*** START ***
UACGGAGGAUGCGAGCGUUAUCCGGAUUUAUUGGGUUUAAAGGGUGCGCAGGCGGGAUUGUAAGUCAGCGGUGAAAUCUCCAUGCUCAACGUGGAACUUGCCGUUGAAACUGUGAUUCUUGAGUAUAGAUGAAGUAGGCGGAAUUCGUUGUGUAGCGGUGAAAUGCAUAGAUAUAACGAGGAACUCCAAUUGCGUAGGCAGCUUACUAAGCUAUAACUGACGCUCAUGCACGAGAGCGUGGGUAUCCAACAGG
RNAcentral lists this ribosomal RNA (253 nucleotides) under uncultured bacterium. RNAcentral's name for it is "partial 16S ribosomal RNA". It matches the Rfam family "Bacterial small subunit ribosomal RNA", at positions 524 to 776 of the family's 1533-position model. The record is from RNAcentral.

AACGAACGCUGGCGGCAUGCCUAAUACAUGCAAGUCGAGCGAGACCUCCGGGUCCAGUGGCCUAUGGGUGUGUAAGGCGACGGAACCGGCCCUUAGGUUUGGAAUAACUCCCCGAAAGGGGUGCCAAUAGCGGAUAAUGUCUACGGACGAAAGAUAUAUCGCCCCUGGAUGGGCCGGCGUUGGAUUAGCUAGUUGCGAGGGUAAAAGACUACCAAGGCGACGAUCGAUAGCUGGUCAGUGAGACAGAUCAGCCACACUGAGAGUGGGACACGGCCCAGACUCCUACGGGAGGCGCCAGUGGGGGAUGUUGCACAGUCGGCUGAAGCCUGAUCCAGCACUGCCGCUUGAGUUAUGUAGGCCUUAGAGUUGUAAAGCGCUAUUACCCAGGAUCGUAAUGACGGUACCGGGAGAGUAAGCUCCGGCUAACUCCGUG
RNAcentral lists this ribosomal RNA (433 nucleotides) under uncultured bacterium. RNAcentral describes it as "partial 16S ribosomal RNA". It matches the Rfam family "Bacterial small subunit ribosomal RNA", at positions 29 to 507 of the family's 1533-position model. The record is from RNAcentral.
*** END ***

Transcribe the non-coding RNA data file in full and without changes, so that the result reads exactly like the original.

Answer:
UACGGAGGAUGCGAGCGUUAUCCGGAUUUAUUGGGUUUAAAGGGUGCGCAGGCGGGAUUGUAAGUCAGCGGUGAAAUCUCCAUGCUCAACGUGGAACUUGCCGUUGAAACUGUGAUUCUUGAGUAUAGAUGAAGUAGGCGGAAUUCGUUGUGUAGCGGUGAAAUGCAUAGAUAUAACGAGGAACUCCAAUUGCGUAGGCAGCUUACUAAGCUAUAACUGACGCUCAUGCACGAGAGCGUGGGUAUCCAACAGG
RNAcentral lists this ribosomal RNA (253 nucleotides) under uncultured bacterium. RNAcentral's name for it is "partial 16S ribosomal RNA". It matches the Rfam family "Bacterial small subunit ribosomal RNA", at positions 524 to 776 of the family's 1533-position model. The record is from RNAcentral.

AACGAACGCUGGCGGCAUGCCUAAUACAUGCAAGUCGAGCGAGACCUCCGGGUCCAGUGGCCUAUGGGUGUGUAAGGCGACGGAACCGGCCCUUAGGUUUGGAAUAACUCCCCGAAAGGGGUGCCAAUAGCGGAUAAUGUCUACGGACGAAAGAUAUAUCGCCCCUGGAUGGGCCGGCGUUGGAUUAGCUAGUUGCGAGGGUAAAAGACUACCAAGGCGACGAUCGAUAGCUGGUCAGUGAGACAGAUCAGCCACACUGAGAGUGGGACACGGCCCAGACUCCUACGGGAGGCGCCAGUGGGGGAUGUUGCACAGUCGGCUGAAGCCUGAUCCAGCACUGCCGCUUGAGUUAUGUAGGCCUUAGAGUUGUAAAGCGCUAUUACCCAGGAUCGUAAUGACGGUACCGGGAGAGUAAGCUCCGGCUAACUCCGUG
RNAcentral lists this ribosomal RNA (433 nucleotides) under uncultured bacterium. RNAcentral describes it as "partial 16S ribosomal RNA". It matches the Rfam family "Bacterial small subunit ribosomal RNA", at positions 29 to 507 of the family's 1533-position model. The record is from RNAcentral.